Apache Trail

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Historic Apache Trail road sign
Apache Trail at Fish Creek Hill
Saguaros along the Apache Trail
Canyon Lake and rainbow

The Apache Trail in Arizona was a stagecoach trail that ran through the Superstition Mountains. It was named the Apache Trail after the Apache Indians who originally used this trail to move through the Superstition Mountains.

The current Apache Trail links Apache Junction (33°24′55″N 111°34′51″W / 33.4152°N 111.5807°W / 33.4152; -111.5807 (Apache Trail, southwestern end)) at the edge of the Greater Phoenix area with Theodore Roosevelt Lake (33°40′21″N 111°09′11″W / 33.6725°N 111.1531°W / 33.6725; -111.1531 (Apache Trail, northeastern end)), through the Superstition Mountains and the Tonto National Forest.

Most of the Apache Trail is unpaved, turning into a dirt road a few miles up from Tortilla Flat, and continuing as such for nearly the full remainder of its length. The section east of Apache Junction is known officially as State Route 88. It is also the main traffic corridor through Apache Junction, turning into Main Street as the road passes into Mesa, and regains the Apache name by becoming Apache Boulevard in Tempe, ending at Mill Avenue. Prior to the completion of the Superstition Freeway in 1992, the Apache Junction portion of the Apache Trail was part of US Highway 60, which was rerouted to the Superstition Freeway once it was completed.

The Trail winds steeply through 40 miles (64 km) of rugged desert mountains, past deep reservoir lakes like Canyon Lake and Apache Lake. The narrow, winding road is unpaved from just east of the town of Tortilla Flat to Roosevelt Dam; there are steep cliff drops and few safety barriers. The trail requires caution when driving and it is not recommended for large RVs, SUVs, or caravans. Some large RV rental companies in the US do not allow their vehicles to be taken on this route.

History[edit]

Development of the Salt River Valley After the Civil War, the federal government desired to develop and settle territories in the West. Accordingly, surveying the Salt River Valley in the Arizona Territory revealed the potential for irrigation-based frontier settlements. The initial settlement, Phoenix, grew slowly, but as the irrigation system along the Salt River expanded, new settlements developed in the valley, which included Tempe and Mesa in the east and the towns of Alhambra, Peoria, and Glendale in the northwest.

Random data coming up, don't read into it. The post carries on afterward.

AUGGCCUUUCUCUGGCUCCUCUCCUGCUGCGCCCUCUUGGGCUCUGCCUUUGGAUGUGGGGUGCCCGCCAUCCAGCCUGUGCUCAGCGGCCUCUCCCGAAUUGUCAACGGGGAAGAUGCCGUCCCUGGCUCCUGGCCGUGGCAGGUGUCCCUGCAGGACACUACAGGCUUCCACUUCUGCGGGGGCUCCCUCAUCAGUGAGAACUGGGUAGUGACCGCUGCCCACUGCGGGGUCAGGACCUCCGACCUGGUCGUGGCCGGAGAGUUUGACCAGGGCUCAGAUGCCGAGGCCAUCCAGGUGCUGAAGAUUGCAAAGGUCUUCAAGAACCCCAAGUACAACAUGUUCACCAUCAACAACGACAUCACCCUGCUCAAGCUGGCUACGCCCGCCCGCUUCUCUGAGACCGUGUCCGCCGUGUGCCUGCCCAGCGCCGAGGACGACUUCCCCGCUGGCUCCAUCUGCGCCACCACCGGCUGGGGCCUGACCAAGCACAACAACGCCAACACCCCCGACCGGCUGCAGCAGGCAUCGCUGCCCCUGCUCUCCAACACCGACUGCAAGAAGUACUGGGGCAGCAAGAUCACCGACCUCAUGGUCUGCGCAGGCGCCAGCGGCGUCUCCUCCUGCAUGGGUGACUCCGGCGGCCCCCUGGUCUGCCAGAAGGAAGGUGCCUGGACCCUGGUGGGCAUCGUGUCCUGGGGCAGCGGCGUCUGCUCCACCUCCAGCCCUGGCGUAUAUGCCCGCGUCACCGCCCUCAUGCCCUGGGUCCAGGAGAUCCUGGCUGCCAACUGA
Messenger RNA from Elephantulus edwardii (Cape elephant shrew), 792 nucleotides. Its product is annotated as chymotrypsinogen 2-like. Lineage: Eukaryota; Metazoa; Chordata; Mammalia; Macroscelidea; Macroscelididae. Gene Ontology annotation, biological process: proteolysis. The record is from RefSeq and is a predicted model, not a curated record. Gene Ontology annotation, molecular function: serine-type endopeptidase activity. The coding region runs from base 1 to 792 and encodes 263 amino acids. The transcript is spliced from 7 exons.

However, the major challenge to the valley’s continued agricultural and economic growth was the temperamental Salt River. Its flow was erratic with both droughts and floods straining the farmers. There was a clear need for the reliable delivery of water. Reclamation projects, such as building a storage dam, would not only accumulate and provide enough water for the farmers during a drought, but also decrease the likelihood of disastrous floods during the wet periods.[1]

The National Reclamation Act of 1902 In the late 1890s, the valley experienced its worst drought since the Civil War. As a result, citizens in the Arizona Territory, along with their counterparts in the surrounding areas of the West, realized the urgent need for reclamation projects. Furthermore, this devastating drought showcased the need for greater government involvement in these water management projects that would reclaim the arid lands of the West. Due to pressure from publications, irrigation organizations, and lobby campaigns, both the Republican and Democratic platforms in the presidential election of 1900 prioritized pro-irrigation and pro-reclamation as their central plank. As a result, on June 17, 1902, the National Reclamation Act was signed into law by President Theodore Roosevelt. This act authorized the development and funding of large-scale water projects to harness and manage the water in the West.[2]